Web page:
Invasive carp have spread through many of America’s waters, and fisheries managers across the nation are trying to slow down several imported species, including the bighead carp. Recently, a paddlefish angler helped pluck one giant breeding bighead from the population.
The angler was snagging on March 10 and landed a gigantic bighead carp on Grand Lake in Oklahoma, according to a Facebook post by the Oklahoma Department of Wildlife Conservation. According to the post, the 54-inch carp yielded an incredible 10 pounds of eggs, some of which were sent to Missouri State University for its ongoing carp study.
Bighead carp grow quickly, with a 125-pounder recorded last year in Missouri. Fish weighing almost 90 pounds have been taken from Oklahoma waters. Scientists are troubled by the rapid spread of bighead carp, plus other non-native carp species such as the silver, black, and grass carp, which can all outcompete native fish species.
Bigheads are indigenous to China and were introduced to the U.S. in 1973 by a fish farmer to improve water quality. The carp escaped and spread rapidly. Bigheads are chiefly filter feeders, dining on zooplankton and phytoplankton, which are also food for shellfish and native fish in larval stages.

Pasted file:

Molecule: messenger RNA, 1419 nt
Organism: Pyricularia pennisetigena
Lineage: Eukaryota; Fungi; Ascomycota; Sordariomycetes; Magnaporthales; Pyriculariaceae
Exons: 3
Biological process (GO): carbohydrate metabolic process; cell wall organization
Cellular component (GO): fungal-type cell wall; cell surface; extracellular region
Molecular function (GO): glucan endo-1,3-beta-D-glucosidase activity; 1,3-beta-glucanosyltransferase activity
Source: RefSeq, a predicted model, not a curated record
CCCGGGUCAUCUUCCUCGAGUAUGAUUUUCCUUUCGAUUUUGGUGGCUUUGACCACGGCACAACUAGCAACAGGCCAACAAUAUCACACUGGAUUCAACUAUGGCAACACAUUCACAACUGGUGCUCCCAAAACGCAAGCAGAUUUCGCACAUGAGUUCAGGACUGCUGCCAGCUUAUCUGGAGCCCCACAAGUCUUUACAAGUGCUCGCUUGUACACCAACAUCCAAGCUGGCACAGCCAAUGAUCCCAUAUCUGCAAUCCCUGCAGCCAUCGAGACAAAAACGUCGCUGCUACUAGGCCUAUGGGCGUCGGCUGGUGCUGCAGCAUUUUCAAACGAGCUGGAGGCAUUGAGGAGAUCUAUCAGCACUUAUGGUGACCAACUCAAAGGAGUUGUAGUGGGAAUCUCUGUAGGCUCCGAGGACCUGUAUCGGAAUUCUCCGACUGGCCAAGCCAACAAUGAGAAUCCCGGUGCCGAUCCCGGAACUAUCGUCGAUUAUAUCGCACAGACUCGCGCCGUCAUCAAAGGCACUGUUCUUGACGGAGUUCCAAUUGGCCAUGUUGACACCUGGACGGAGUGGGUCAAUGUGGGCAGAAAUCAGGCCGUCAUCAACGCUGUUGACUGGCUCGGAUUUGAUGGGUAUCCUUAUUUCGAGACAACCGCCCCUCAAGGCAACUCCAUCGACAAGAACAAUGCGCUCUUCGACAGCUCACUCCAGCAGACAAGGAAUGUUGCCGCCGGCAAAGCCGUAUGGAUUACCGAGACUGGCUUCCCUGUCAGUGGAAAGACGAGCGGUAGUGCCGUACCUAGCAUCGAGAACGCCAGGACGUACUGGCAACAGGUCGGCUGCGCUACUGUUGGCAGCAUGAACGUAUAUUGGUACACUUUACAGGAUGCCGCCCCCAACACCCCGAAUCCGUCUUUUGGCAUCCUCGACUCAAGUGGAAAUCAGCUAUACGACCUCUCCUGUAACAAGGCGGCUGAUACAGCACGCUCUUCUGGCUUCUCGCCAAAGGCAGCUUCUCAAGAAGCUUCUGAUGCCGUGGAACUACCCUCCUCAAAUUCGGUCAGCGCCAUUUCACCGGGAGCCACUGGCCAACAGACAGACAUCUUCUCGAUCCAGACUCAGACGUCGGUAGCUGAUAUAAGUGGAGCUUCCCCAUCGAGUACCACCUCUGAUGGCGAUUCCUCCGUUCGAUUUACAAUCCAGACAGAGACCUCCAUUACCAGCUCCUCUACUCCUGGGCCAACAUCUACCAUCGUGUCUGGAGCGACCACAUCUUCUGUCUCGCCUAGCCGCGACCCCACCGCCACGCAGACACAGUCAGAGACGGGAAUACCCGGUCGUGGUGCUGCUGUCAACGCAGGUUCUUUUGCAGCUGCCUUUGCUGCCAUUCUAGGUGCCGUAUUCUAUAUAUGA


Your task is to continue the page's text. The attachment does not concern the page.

Bighead carp have become well established in the Mississippi River drainage. They have spread rapidly and are considered a destructive invasive species, resulting in a national plan to thwart their spread, as well as the spread of other invasive carp species.
Transporting live invasive carp is illegal in many states, and the Oklahoma DWC encourages anglers to report any bighead carp sightings.